(USA TODAY) Any e-commerce veteran can tell you: If a start-up's business proposition is sound and it delivers what it promises, it survives early days when websites crash and chaos reigns. Then it thrives. We've seen it over and over, from America Online's mid-1990s outages to any of several crashes in Netflix shares when the company made pricing mistakes or Blockbuster made a run at its markets.
This brings us to Tuesday's launch of HealthCare.gov, the largest government-run insurance marketplace and centerpiece of the Affordable Care Act. The headlines are dominated by technical glitches likely to be gone by Thanksgiving. (More on that later). Two main questions will matter once they're fixed.
Full coverage:Affordable Care Act
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Interactive:What does health care act mean for you?
The most important is whether HealthCare.gov meets its fundamental task - creating a marketplace with an array of choices and competitive prices. The other is whether it explains insurance so people understand it - how to buy it, why they should, how the law's subsidies work, and helps them start grasping which policy works for them.
On those counts, HealthCare.gov is an out-of-the-box success.
To look at HealthCare.gov, especially knowing some Internet history and health insurance, is to understand it will sell tons of insurance.
To start with, 2.8 million people crashing a site on Day One is considered a high-class problem. "It shows they've hit the target,'' says venture capitalist David Jones, ex-chairman of health insurer Humana. "It's obvious.''
Let's say up front that HealthCare.gov's problems have kept me from doing all the comparison shopping I'd planned, getting detailed lists of plans available to everyone from 27-year old single Floridians to a New Jersey family headed by a 52-year-old (like me).
Nonetheless, we know HealthCare.gov already offers about as much choice as auto-insurance exchanges like eSurance.com. eSurance was fine: In five minutes, I got quotes from three companies and the site was ready to process my credit card. HealthCare.gov offers the average consumer 53 plans, according to the government, with the "vast majority" having more than one carrier to choose from.
What most people don't know is how cheap the insurance is. According to a calculator provided by the Kaiser Family Foundation - a link to which is on HealthCare.gov - the site's benchmark policy for a single 40-year old nonsmoker will cost $3,240 a year before subsidies based on income.
This is $2,700 less than the average for employer-provided health care coverage for individuals this year, as reported by Kaiser on Aug. 20.
In a case like mine - 52-year old Dad, Mom and 12-year old - a benchmark "silver" plan paying 70% of my family's health expenses is quoted at $13,040 by Kaiser. According to Kaiser's August survey, average employer-based family coverage costs $16,351, with workers picking up $4,565. If my family made the national median income of $51,017, tax subsidies would cover $8,770 of our ACA plan. We'd pay $4,270.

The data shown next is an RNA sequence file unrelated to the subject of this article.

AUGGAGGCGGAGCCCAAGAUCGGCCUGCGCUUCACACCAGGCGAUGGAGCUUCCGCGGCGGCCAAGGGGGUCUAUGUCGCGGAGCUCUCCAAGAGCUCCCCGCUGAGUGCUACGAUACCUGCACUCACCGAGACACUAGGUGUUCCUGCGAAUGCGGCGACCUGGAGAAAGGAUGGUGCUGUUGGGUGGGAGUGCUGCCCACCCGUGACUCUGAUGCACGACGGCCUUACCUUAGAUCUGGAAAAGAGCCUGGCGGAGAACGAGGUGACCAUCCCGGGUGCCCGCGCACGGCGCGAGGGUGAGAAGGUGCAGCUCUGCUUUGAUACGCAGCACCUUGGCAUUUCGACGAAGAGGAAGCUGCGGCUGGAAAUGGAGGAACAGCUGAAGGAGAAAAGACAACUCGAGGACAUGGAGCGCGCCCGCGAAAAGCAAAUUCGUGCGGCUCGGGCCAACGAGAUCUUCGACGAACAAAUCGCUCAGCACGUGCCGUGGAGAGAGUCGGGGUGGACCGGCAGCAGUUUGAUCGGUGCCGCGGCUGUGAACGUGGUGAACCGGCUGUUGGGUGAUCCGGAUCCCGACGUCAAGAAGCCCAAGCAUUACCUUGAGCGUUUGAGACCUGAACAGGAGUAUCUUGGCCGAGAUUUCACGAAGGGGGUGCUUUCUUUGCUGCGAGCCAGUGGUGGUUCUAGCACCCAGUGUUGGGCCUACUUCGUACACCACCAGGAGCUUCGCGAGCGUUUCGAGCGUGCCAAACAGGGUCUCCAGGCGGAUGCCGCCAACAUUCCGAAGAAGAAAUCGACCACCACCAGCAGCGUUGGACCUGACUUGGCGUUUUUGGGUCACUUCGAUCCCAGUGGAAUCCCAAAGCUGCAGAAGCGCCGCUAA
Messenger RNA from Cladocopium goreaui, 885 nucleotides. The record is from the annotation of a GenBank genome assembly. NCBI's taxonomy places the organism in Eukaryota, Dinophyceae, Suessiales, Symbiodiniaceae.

Finally, I asked for a basic rundown of the ACA's toughest test case - a 27-year old single person making $20,000 a year. More than a quarter of young adults are uninsured and $20,000 in annual income is too much to qualify for Medicaid, but not enough to buy private insurance easily. I assumed this client smokes and lives in Jacksonville, Fla.
That silver policy costs $3,051, and the customer's share is $1,021, after the subsidies, Kaiser estimates. The average single worker contributes $999 for employer-provided coverage. A bronze plan with higher deductibles costs the worker $627, or $52 a month after subsidies.Not even cigarette money.
How is that possible? HealthCare.gov's logic is that selling every company's policies in the same place together forces insurers to offer their best prices. That undoubtedly helps. Some group plans may cover more too, though group plans have plenty of gaps as employers pass more health-care costs to workers. Kaiser says the average group-plan deductible for single workers is $1,135.
The other important question is how well HealthCare.gov walks people through the purchase, coaxing uninsured consumers who know little about insurance to buy it. Healthcare.gov excels at much of this already.
You immediately notice how many pages include questions on the right hand side, linked to information intuitively related to what you're reading. And you notice the simplicity of the writing.
Take one critical question - the explanation of what the ACA's "gold," silver," and "bronze" policies are. The site gives a basic breakdown, suggesting plans best for young or old clients, with high medical expenses or very few. It takes 433 words - less than half the length of this story - written at a 12th-grade level.
Site-performance issues matter, but don't ruffle e-commerce veterans much. I talked to a half-dozen, including two Bush administration officials who launched the marketplace for Medicare prescription-drug plans.
They said the problems may take a few weeks to two months to fix - and won't matter in the long run. Medicare Part D had smaller launch problems, now forgotten. "Every Internet company on the planet has had trouble scaling,'' says Ed Park, chief operating officer of Athenahealth, a Web-based processor of health-insurance reimbursements, whose brother Todd is the Obama administration's chief technology officer. "It happens to Twitter, to Amazon, Apple and Facebook.''
People thought Amazon and Priceline would collapse during the dot-com bust too, and Netflix's obituaries have had more episodes than House of Cards. They won because they have delivered fundamental value. For Healthcare.gov, the fundamentals are well-priced insurance, clearly explained. And they're in place.